DRUNKS, PUNKS AND FEMME FATALES: AN INTERVIEW WITH PERFORMER JILL VICE

jill_vice_tipped_squareBy Chelsea Fernandez and Jeff Bernstein

 

Jill Vice is a woman on a simple mission — to push her limits as a performer and hone her ability to faithfully channel characters as different from her as possible, a skill she honed in her Best of the SF Fringe solo show “Tipped & Tipsy” that is currently touring the U.S. and Canada to sold out audiences and garnering rave reviews. “Tipped & Tipsy” has been called “The most hilarious solo slo-mo bar brawl ever seen” by the San Francisco Chronicle. The Bay Guardian says, “Without set or costume changes, Vice proves a protean physical performer, seamlessly inhabiting the oddball outcasts. . . With strong writing and acting at its core, Tipsy breezes by, leaving a superlative buzz,” and the Huffington Post says, “Jill Vice takes on the physical and vocal characteristics of her clientele at Happy’s Bar in an impressive array of body language and vocal talent. Vice’s performance is robust, her material well written, and her characters quite memorable.”

 

Jill’s secret to success as a performer is her broad training. While she began her career studying performance art at the San Francisco Art Institute with Tony Labat, she moved on to Clowning at the Circus Center Theater before moving to A.C.T. where she cut her teeth in classical performance. Lucky for us, Jill will be teaching a One-Person Show class at Writing Pad San Francisco this October.

 

Jill was kind enough to take some time out of her busy tour schedule to answer some questions (from Victoria, BC, no less):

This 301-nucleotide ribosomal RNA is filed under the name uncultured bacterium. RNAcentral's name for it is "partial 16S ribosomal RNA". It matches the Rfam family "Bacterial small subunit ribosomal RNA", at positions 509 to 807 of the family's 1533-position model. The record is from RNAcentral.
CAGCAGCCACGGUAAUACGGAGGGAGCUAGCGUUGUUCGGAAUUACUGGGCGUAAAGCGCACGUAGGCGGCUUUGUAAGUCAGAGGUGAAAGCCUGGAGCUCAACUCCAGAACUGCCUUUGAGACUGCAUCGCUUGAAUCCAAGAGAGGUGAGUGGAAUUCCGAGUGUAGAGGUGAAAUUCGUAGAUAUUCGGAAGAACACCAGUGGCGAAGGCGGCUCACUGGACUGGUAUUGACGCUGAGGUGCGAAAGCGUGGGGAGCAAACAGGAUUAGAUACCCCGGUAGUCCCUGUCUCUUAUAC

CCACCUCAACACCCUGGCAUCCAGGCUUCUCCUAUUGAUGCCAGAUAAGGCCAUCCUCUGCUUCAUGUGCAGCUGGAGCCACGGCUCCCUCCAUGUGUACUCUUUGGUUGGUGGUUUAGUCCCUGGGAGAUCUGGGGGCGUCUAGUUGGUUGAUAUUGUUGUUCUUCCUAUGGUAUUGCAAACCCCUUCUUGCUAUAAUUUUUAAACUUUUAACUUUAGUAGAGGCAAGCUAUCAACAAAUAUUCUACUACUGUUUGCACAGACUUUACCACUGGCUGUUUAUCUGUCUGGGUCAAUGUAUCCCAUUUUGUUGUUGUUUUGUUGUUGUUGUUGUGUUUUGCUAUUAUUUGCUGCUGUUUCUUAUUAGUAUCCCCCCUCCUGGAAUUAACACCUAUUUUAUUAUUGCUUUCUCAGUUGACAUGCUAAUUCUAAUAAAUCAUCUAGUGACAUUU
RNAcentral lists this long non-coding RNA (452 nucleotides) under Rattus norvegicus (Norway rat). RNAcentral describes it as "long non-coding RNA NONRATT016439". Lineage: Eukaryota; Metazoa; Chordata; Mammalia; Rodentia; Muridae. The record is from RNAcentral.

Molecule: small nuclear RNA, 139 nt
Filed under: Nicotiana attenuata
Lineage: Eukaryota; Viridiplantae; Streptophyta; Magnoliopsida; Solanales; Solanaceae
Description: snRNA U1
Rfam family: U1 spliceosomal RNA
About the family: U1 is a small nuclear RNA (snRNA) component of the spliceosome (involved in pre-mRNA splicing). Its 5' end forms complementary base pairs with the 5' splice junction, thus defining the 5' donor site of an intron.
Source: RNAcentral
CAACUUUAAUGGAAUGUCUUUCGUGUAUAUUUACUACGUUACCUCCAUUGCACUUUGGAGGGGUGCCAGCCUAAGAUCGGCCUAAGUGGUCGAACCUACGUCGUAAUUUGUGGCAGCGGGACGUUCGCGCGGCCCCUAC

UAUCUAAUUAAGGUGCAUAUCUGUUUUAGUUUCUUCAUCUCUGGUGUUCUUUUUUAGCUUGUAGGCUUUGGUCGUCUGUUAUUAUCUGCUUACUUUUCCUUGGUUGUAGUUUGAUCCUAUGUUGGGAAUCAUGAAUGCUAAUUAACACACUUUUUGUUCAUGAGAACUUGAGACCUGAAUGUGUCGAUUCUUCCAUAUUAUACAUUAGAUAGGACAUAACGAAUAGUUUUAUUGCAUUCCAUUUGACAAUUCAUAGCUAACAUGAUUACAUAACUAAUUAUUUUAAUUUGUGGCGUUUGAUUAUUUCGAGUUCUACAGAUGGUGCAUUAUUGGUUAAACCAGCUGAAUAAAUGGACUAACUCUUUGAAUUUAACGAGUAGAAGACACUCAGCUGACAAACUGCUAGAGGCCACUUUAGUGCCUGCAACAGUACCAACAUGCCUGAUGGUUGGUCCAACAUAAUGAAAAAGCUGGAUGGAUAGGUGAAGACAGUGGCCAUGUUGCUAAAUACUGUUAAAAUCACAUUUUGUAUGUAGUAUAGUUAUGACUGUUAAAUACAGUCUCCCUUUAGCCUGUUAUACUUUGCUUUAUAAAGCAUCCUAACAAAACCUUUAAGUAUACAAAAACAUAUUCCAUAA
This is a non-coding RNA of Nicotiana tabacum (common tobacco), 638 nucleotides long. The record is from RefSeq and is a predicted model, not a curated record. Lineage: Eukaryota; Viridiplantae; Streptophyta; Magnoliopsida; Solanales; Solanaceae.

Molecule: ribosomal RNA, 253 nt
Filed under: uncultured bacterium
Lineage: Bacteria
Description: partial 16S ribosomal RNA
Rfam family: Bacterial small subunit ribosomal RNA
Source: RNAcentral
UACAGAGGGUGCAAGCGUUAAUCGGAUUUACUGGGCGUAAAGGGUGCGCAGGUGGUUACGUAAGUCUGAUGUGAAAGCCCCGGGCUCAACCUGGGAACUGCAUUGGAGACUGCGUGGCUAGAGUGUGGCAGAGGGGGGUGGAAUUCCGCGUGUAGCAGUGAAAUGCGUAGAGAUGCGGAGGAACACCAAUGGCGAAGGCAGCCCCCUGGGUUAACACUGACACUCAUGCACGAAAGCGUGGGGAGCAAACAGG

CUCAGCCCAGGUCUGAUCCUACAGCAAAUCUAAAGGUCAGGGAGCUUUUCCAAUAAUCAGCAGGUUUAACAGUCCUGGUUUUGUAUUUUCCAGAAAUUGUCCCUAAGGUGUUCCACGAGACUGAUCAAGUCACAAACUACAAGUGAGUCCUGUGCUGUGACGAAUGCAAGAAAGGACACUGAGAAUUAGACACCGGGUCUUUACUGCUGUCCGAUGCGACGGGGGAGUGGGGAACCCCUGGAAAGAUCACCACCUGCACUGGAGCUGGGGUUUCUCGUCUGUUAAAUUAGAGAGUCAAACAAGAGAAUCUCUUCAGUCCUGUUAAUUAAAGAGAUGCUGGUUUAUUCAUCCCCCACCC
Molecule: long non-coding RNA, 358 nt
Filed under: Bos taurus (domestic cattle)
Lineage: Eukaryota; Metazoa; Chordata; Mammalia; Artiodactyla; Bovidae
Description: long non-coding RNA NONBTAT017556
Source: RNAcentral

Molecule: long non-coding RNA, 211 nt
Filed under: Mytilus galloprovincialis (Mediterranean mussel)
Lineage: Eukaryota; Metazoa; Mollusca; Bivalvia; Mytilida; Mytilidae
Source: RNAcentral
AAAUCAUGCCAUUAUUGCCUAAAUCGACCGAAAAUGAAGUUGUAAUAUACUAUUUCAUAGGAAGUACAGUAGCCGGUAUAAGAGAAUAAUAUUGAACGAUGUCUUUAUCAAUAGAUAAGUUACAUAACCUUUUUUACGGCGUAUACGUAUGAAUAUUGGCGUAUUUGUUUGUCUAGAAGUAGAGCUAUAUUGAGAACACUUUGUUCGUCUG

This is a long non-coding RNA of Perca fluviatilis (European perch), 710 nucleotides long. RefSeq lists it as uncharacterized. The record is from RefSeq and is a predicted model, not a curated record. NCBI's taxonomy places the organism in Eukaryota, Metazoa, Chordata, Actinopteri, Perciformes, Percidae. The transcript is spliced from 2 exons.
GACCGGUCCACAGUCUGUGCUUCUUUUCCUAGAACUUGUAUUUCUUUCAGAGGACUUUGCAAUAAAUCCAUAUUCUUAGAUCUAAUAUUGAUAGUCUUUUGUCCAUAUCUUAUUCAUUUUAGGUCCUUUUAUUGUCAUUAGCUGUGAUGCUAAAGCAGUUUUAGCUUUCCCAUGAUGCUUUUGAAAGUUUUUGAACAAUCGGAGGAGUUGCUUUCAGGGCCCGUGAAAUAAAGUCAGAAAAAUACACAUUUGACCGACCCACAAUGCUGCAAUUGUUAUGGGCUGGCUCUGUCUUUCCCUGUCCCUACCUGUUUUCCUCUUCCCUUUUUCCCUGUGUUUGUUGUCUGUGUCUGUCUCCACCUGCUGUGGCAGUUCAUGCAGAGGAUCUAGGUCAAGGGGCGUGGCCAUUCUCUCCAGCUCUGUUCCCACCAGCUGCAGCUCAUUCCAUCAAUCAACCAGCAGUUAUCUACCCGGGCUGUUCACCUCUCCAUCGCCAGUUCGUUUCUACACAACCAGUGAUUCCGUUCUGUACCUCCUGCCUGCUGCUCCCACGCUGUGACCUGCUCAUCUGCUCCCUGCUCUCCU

By Christina McNeill

By Christina McNeill

1. What inspired you to become an actress and how did you make the transition to a career in performance?

 

I have always been an artist, but up until I left for college at the San Francisco Art Institute, I only did 2D art; collages, paintings, drawings primarily. When I was in art school, I started seeing a therapist (depression sometimes comes with the territory of being an artist). He would always say the same thing to me as he sat across from me listening to my stories. “Jill, put down the paint brush. You are a performer. You are meant for the stage.” After a couple of years resisting, I began taking acting classes.

 

2. How did you first get into solo performance? Can you tell us about your first solo show?

 

I got sick of auditioning for the roles that fit “my look.” I didn’t just want to play the edgy white girl. I wanted to play gritty, ugly people. I wanted to play men and the underdogs of society. And that meant I’d just have to write and cast myself. So I did.

 

My first show was about my experience in high school when I talked my little sister into shoplifting with me and we went to jail. I told it as a film noir. I was hooked.

 

3. How do you prepare for a role? Do you research the role or have a special method for understanding the character you are portraying?

 

My preparation for each role is as unique as the role itself. I often start from the outside in. What do they look like? How do they carry themselves? What are they most proud of? How do they walk? What Hollywood actor would I cast in the role? How do they talk? Oftentimes, finding the voice can really carry my imagination into a character’s being.